For the third time in as many years, the massive — and massively idiosyncratic — Los Angeles estate known as Owlwood has popped up for sale. The current owner, much-beleaguered investment consortium Woodbridge Group, has been attempting to offload the celebrity-pedigreed property since 2017, when it was originally saddled with a rather ridiculous $180 million asking price. Last year, following Woodbridge’s high-profile bankruptcy, the property was relisted at $115 million. Still, no takers surfaced before the home was recently removed from the market. This week the property returned, equipped with a new team of high-end realtors but carrying the same familiar $115 million ask.
Built in 1936 by venerated architect Robert D. Farquhar for Florence Letts Quinn, the wealthy widow of department store tycoon Arthur Letts, Owlwood originally spanned “just” four acres. During subsequent decades, the Sunset Boulevard-adjacent property — privately sited on its own gated street — slowly swelled in size. Today, the compound spans nearly 10 contiguous acres fronting the hoity-toity Los Angeles Country Club.
The main mansion, which has survived mostly intact to the present day, is a lovely Italian Renaissance-style pile with approximately 12,200 square feet of living space. Original details abound — there’s a baronial living room with solid oak paneling, ornate ceiling treatments, and multiple marble-faced fireplaces.
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Following Quinn’s death, a series of notable moguls got their paws on Owlwood — bigshot hotelier Joseph Drown and 20th Century Fox founder Joseph Schenk among them. The latter (in)famously had a steamy fling with an up-and-coming young actress named Marilyn Monroe, who briefly resided in Owlwood’s guest house.
Schenk eventually sold the property to oil baron William Keck, who in turn flipped the estate in the mid 1960s to actor Tony Curtis. In 1974, Sonny and Cher bought the spread from Curtis shortly before their acrimonious divorce, after which Cher was awarded the plum property. Never one to sit on her proverbial laurels, Cher quickly dumped the palatial pad in ’76 to a carpet kingpin named Ralph Mishkin.
By the late 1970s, Owlwood was in the possession of its most longterm owner to date: shadowy Monaco-based businessman Ghazi Aita, a fella known for throwing elaborate home soirees attended by a bevy of curvaceous young models and actresses. At some point during his ownership, Aita purchased the 4.6-acre estate next door — the mansion on that property was eventually razed and replaced by Owlwood’s current guest quarters and swimming pool complex.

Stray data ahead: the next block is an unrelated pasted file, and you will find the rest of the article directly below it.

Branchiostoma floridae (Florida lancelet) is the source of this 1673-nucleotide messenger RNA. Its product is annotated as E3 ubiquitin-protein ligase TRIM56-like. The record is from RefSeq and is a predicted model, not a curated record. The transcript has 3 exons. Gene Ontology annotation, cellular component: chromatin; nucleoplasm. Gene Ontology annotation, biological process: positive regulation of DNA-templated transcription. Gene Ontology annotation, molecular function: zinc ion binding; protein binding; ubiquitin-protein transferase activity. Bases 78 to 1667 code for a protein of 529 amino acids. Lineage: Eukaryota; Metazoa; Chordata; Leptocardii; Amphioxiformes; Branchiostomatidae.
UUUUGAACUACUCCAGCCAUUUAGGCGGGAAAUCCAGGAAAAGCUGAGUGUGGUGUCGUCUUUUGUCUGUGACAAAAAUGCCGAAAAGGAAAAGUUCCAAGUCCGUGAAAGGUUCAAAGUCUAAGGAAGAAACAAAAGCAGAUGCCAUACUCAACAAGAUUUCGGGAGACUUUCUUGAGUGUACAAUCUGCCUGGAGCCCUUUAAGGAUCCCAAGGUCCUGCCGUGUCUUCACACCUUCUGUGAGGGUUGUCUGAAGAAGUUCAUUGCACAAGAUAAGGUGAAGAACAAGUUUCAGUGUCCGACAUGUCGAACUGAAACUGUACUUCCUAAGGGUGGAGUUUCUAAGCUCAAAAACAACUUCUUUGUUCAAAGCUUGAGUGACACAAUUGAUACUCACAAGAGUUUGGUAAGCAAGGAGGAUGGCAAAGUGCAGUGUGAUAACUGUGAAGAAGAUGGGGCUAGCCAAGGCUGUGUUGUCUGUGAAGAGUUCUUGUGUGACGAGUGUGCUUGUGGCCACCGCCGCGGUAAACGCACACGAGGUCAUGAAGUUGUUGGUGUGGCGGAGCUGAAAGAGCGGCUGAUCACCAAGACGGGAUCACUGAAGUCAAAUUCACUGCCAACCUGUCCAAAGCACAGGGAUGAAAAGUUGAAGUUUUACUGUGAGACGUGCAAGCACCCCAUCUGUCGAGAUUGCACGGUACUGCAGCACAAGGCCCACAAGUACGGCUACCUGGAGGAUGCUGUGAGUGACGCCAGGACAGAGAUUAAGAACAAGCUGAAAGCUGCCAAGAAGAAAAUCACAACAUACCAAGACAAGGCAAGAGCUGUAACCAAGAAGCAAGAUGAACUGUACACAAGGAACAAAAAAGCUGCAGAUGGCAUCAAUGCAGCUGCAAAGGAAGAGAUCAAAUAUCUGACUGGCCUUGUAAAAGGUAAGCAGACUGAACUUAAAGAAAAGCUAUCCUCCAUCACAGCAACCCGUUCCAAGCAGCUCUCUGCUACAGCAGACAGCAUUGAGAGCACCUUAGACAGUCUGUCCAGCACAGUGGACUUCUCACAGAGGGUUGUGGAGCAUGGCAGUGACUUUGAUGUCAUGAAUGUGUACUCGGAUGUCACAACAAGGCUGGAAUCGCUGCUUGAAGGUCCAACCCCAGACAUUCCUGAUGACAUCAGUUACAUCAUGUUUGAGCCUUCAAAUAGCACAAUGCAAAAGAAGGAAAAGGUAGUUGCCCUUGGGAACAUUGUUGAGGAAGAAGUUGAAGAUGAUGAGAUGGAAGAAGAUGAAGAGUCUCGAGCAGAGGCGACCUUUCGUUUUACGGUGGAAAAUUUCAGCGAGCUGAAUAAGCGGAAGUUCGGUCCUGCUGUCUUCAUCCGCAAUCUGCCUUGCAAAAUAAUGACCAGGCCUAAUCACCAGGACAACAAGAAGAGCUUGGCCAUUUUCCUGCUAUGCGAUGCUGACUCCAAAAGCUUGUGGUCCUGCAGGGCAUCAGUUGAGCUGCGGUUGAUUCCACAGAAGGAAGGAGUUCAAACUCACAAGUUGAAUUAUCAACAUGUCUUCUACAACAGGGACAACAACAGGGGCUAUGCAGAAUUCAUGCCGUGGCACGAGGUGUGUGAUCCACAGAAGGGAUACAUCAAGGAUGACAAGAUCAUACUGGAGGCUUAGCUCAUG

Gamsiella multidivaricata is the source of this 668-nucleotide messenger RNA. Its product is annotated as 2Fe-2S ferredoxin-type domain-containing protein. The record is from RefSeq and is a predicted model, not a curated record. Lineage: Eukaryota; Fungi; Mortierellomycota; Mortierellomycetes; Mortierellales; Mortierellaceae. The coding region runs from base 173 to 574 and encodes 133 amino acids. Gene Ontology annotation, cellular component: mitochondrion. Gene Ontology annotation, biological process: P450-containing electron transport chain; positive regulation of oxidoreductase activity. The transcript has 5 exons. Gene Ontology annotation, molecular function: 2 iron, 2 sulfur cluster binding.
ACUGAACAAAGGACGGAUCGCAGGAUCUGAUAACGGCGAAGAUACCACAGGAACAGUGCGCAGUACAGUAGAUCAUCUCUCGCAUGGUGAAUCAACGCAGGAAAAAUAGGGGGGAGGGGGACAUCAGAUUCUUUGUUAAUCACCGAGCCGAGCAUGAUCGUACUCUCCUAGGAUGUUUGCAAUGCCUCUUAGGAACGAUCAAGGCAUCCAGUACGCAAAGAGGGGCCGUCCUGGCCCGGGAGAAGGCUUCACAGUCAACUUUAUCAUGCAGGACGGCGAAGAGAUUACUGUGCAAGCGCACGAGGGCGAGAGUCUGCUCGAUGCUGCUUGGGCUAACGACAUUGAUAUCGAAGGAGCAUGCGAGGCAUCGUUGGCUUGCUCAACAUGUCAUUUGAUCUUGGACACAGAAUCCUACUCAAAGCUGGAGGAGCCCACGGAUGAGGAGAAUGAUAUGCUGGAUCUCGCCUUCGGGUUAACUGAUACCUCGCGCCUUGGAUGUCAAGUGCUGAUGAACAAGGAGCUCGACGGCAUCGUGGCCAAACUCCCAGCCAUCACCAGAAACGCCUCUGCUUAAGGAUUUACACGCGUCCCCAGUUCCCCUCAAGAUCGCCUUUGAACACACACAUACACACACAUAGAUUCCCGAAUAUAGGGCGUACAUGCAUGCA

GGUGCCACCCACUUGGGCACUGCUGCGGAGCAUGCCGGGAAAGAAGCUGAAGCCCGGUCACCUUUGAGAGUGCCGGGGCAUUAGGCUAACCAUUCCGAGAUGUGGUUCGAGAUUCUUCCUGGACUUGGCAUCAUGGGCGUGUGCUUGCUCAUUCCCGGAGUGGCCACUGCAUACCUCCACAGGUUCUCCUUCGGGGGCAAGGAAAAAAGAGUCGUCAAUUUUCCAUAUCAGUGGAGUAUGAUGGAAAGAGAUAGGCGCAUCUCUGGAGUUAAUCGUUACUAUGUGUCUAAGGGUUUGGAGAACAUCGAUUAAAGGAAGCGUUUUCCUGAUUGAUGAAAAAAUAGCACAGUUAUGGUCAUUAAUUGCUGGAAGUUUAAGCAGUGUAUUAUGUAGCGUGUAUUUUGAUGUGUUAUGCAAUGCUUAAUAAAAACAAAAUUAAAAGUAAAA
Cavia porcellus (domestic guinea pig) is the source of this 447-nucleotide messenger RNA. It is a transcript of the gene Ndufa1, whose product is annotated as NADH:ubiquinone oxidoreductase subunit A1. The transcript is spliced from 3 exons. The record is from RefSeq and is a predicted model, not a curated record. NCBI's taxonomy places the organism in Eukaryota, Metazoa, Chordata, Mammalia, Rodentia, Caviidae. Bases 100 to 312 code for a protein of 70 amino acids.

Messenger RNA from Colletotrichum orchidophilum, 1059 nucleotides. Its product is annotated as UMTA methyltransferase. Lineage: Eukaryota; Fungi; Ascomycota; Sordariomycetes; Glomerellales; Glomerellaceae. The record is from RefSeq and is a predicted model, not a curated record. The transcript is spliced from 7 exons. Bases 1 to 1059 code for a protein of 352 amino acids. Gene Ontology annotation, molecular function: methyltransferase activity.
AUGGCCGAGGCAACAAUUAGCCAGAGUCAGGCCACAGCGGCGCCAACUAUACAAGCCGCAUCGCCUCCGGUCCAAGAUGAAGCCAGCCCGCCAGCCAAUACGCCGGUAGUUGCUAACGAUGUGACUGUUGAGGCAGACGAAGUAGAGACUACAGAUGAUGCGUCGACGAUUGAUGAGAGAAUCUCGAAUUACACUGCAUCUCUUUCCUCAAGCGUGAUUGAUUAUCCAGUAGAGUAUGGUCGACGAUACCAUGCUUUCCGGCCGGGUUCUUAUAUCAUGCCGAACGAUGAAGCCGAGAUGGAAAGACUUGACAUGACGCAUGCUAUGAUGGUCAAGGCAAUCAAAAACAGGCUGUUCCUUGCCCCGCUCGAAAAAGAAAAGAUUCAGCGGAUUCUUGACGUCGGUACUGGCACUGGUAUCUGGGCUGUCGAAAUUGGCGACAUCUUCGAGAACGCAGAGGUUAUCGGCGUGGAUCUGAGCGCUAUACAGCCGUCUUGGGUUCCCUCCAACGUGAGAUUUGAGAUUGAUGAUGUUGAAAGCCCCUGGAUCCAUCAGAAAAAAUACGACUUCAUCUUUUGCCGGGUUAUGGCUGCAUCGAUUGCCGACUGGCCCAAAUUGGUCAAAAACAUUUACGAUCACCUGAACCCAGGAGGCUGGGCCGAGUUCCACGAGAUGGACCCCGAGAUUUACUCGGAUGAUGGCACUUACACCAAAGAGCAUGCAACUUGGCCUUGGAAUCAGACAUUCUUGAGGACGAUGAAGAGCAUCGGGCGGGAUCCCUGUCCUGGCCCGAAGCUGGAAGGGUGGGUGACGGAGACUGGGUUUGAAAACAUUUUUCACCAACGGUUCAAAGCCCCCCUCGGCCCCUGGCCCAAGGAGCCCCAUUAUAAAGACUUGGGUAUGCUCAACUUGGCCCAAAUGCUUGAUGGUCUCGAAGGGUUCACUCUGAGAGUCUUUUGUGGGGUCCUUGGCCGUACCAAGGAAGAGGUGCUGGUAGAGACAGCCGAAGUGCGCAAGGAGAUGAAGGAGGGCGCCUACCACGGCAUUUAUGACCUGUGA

After more than 20 years of Owlwood nesting, Aita finally sold the expanded compound in 2002 for somewhere around $33 million to Roland Arnall, the so-called subprime mortgage pioneer. Arnall simultaneously acquired the third (and final) parcel of the current 10-acre estate, a gaudy mansion with a heart-shaped swimming pool. Once owned by Jayne Mansfield, who painted the whole place a putrid pink, the manse was soon controversially (and possibly without the proper permits) razed by Arnall, who replaced it with little more than a rather inelegant blacktopped parking lot for his household staff.
Arnall passed in 2008, but his widow Dawn refrained from selling the swollen spread until 2016, when along came Woodbridge. The company attempted to flip the high-maintenance complex, but were soon engulfed by a massive SEC-headed Ponzi scheme investigation and subsequent bankruptcy proceedings. The current seller, the Woodbridge Liquidation Trust, would very much like to divest the massive spread and return some money to former Woodbridge investors.
Given that Woodbridge paid $90 million for the property in 2016 — back when the high-end market was much healthier — and made few alterations to the property, the current $115 million pricetag may seem an ambitious ask. But the recent record-breaking sale of the nearby Spelling Manor indicates there are still a tiny handful of billionaire buyers open to spending nine figures on the perfect Los Angeles home. Perhaps one of them fancies a historic, celeb-pedigreed property with ample acreage — the antithesis of those ostentatious megamansions currently en vogue. Time will tell.